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    HTML / CSS identifiers


    "_" (underscore) is a natively valid character in HTML identifiers. Brilliantly, it is not a natively valid character in CSS identifiers. However, you can indicate the underscore in a CSS identifier by using a hexadecimal Unicode escape sequence (\00005F).

    So, I have an HTML document that has elements with underscore in the identifier (e.g. 'SECTION_QUALIFICATIONS') and I have a stylesheet where I reference those identifiers, using the escape sequence in place of the underscore (i.e. 'SECTION\00005FQUALIFICATIONS'). This works as expected in NS 6.1, but it is not working in IE 5.0 (I could swear it was last night...). If I use the actual underscore character in the stylesheet instead of the escape sequence, it works in IE 5.0, but I'm not going to do that because it's not valid CSS and the whole point of what I'm doing is to make a W3 valid page.

    Does anyone know anything about this? Is it simply IE 5.0 being f'ed up and not properly supporting CSS? I just did a little experiement and I can see that IE is not properly handling the escape sequences; I left the stylesheet with the escapes and changed the identifier of an element, replacing the literal underscore with the escape sequence \00005F, then things worked in IE.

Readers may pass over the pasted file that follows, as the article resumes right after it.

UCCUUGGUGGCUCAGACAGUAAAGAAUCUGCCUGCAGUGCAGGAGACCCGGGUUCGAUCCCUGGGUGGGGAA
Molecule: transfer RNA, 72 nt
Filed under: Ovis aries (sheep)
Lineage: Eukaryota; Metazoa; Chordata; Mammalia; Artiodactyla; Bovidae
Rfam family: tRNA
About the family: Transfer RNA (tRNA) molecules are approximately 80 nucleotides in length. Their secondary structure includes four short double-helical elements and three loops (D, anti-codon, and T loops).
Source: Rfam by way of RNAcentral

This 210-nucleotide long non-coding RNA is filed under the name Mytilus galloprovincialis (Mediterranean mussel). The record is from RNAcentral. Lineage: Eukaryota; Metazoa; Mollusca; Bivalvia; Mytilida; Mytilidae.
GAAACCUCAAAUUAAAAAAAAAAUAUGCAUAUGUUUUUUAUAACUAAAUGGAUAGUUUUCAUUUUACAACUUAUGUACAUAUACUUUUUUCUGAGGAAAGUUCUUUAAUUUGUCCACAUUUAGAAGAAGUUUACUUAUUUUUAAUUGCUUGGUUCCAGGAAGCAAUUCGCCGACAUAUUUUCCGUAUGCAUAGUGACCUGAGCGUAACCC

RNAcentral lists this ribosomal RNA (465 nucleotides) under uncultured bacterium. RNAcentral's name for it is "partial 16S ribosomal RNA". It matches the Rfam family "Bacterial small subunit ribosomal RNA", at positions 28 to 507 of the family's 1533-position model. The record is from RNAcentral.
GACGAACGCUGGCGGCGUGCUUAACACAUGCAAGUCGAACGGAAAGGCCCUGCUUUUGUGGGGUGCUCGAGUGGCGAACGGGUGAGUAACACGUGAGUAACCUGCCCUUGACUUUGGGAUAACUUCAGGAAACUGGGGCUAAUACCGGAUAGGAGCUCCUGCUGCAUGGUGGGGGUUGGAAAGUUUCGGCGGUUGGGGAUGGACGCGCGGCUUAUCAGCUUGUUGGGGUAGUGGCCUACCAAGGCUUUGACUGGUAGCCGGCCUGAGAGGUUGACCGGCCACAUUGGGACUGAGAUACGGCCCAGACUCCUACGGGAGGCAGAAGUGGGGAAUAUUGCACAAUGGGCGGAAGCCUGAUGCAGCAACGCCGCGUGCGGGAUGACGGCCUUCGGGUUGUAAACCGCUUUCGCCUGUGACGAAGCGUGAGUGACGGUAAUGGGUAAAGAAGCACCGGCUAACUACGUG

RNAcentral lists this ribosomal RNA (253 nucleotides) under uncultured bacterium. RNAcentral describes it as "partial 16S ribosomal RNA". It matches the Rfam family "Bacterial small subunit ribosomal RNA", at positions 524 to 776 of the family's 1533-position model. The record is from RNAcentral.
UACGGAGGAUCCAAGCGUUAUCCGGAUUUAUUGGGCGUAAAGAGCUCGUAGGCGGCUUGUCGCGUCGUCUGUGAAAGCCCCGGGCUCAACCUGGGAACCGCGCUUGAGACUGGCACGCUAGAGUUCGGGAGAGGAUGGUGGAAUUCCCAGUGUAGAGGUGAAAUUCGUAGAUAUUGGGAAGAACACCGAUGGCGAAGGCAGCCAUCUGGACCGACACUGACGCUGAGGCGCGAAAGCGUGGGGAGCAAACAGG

So does anyone know why IE would not parse the escape sequences? Is this a character encoding issue (I'm using UTF-8)?

    Any help with this appreciated. It's going to be galling if this can't be resolved, because all of the stuff I'm actually doing with CSS works, and I really don't want to change my elements' identifiers.
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    Try using this:
    \u00005F
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    With some experimentation, I find that an underscore in IE and NS6 is
    \u005F
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    Thanks for responding Nemi. I'm not sure what you're describing, \u005F did nothing for me in either browser. Anyway, after I made this post, I continued my research and eventually found my way into the CSS2 errata, which revealed that the underscore is supposed to be allowed in identifiers. Apparently this isn't (yet?) reflected in the W3 CSS validator though. As for the escape sequences, according to the spec, this is the syntax:

    Third, backslash escapes allow authors to refer to characters they can't easily put in a document. In this case, the backslash is followed by at most six hexadecimal digits (0..9A..F), which stand for the ISO 10646 ([ISO10646]) character with that number. If a digit or letter follows the hexadecimal number, the end of the number needs to be made clear. There are two ways to do that:

    1. with a space (or other whitespace character): "\26 B" ("&B")
    2. by providing exactly 6 hexadecimal digits: "\000026B" ("&B")
    Netscape 6 properly evaluates the escape sequence, IE 5 does not. But the literal underscore is allowed, thank god.
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    Cool, I am glad you got it working. What I did was something like:
    Code:
    <!DOCTYPE HTML PUBLIC "-//W3C//DTD HTML 4.0 Transitional//EN">
    <html>
    <head>
    	<title>Untitled</title>
    	<script>
    	alert("\u005F");
    	</script>
    </head>
    <body>
    </body>
    </html>
    That puts an underscore in an alert when the page loads in either IE or NS6. I didn't go all out and do it with identifiers though.
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    Oh, OK, I see what you mean. In CSS everything is Unicode, so the escapes are just \###### (# = Hexadecimal digit), or the alternate form.

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